Property, politics and power: toward a theory of implied property

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Brower, A & Page, J 2010, 'Property, politics and power: toward a theory of implied property', paper presented to the Annual conference of the New Zealand Political Studies Association, Waikato, New Zealand, 2-3 December.


This paper uses the case study of trespass and access rights to Crown-owned grazing land in the South Island high country to illustrate and examine a proposed theory of the politics of implied law of property.

Implied law invokes “the familiar fact that the law says more than it explicitly states, that there is more to its content than is explicitly stated in its sources, such as statutes and judicial decisions.”[1] While explicit law relies on the fundamental principle that the law is what it says, implied law is what is expected and believed to be law, and followed as if it were law, before the legislature passes a statute or a Court makes a decision.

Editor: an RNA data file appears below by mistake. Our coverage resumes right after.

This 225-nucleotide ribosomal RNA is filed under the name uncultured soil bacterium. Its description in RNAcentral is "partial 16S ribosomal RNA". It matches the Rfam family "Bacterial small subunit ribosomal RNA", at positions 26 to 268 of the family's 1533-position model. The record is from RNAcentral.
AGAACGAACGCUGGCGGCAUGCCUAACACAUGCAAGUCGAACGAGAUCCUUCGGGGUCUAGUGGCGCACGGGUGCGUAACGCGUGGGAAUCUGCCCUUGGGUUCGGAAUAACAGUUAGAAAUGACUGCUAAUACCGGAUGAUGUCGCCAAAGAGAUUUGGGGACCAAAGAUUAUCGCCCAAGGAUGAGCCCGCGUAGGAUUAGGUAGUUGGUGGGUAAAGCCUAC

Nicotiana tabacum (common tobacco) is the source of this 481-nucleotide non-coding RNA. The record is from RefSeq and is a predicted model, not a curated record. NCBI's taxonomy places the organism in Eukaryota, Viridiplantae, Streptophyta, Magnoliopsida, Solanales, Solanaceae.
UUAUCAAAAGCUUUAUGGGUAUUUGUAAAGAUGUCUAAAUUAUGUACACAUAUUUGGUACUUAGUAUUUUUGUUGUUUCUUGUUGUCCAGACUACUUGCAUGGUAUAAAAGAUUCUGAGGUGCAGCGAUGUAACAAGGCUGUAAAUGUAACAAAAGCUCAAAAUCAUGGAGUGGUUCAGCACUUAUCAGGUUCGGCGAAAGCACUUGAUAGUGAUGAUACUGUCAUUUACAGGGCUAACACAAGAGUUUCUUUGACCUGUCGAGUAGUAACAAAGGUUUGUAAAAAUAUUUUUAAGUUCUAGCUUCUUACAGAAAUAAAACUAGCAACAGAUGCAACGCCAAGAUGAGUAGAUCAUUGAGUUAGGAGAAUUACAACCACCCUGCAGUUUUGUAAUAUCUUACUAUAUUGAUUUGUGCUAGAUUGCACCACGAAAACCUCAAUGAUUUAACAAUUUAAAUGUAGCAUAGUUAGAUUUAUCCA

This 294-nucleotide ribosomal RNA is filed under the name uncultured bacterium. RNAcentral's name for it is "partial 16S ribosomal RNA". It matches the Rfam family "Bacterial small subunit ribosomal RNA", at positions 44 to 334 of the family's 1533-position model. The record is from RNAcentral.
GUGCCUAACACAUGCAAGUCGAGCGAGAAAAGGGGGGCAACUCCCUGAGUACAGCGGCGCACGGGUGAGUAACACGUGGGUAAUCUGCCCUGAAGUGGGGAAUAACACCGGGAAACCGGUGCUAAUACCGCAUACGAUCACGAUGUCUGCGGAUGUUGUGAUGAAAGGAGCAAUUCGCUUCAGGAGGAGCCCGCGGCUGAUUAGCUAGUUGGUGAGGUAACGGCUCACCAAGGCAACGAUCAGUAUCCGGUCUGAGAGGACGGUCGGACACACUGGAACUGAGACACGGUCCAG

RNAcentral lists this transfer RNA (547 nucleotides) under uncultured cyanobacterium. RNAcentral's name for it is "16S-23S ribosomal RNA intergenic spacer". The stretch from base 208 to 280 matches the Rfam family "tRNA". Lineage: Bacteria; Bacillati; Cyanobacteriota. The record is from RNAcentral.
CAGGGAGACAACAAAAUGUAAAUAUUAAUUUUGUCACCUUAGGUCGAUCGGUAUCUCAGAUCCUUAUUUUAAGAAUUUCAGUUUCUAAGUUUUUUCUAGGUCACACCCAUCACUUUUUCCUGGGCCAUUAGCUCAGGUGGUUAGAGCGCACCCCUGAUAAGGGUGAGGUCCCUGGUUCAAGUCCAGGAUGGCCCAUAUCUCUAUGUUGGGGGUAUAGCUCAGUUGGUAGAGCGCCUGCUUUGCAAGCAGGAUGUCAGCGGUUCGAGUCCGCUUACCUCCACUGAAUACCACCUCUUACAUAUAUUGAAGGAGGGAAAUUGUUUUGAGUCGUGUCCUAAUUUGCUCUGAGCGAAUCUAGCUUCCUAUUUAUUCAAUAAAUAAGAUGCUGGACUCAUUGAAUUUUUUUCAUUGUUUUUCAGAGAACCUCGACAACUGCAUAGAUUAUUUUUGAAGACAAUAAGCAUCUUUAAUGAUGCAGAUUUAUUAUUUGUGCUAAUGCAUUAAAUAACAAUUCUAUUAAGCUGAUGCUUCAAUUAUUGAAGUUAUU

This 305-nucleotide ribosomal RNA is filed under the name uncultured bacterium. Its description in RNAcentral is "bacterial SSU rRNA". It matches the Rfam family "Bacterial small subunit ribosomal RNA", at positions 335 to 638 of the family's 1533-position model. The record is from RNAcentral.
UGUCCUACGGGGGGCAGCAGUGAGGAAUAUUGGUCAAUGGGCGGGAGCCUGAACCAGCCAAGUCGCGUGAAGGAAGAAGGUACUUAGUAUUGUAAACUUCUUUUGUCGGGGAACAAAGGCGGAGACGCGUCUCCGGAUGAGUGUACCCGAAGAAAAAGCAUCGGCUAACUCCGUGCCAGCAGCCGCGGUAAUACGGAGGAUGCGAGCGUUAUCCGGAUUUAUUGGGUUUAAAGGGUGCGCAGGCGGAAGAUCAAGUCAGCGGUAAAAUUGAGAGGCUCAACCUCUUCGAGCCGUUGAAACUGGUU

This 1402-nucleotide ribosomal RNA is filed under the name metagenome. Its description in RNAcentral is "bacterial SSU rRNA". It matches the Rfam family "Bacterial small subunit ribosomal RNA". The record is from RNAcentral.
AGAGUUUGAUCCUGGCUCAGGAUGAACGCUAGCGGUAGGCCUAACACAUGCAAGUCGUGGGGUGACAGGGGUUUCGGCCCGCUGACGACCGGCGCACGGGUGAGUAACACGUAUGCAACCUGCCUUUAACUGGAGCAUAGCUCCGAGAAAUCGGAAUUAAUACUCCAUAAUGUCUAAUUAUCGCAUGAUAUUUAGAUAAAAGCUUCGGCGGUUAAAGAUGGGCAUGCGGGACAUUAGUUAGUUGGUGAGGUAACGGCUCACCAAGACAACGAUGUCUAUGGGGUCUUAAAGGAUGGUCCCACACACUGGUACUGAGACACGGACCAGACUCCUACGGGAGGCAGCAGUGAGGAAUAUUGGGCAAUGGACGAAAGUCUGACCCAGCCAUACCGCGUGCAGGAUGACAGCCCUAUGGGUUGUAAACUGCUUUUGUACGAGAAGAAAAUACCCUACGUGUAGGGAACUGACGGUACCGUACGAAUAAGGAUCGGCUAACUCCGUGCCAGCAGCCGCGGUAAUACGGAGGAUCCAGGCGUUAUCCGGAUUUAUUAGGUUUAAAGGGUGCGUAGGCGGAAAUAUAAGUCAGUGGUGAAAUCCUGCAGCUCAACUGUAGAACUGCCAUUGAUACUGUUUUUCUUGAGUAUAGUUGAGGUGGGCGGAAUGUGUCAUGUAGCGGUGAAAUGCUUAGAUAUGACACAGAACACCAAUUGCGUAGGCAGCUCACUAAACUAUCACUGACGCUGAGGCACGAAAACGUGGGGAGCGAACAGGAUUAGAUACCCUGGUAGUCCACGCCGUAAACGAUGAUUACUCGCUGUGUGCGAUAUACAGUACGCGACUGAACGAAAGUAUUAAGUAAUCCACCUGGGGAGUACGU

Numerous scholars have observed that the expectation of legal entitlements is often more persuasive than the actual entitlements themselves[2], we propose that these expectations and their influence creates a pattern where private interests benefit at the expense of public interests. The law may lead or follow such a pattern. The story of access to the South Island high country also exemplifies a broader pattern in implied property, that an assertion of exclusion establishes power that often becomes a private right recognised at law.

[1] Joseph Raz. 1986. “Review: Ronald Dworkin: A New Link in the Chain.” California Law Review. Vol. 74, No. 3. pp. 1103-1119.

[2] See for example John Copeland Nagle, Law’s Environment How the Law Shapes the Places We Live (2010) 216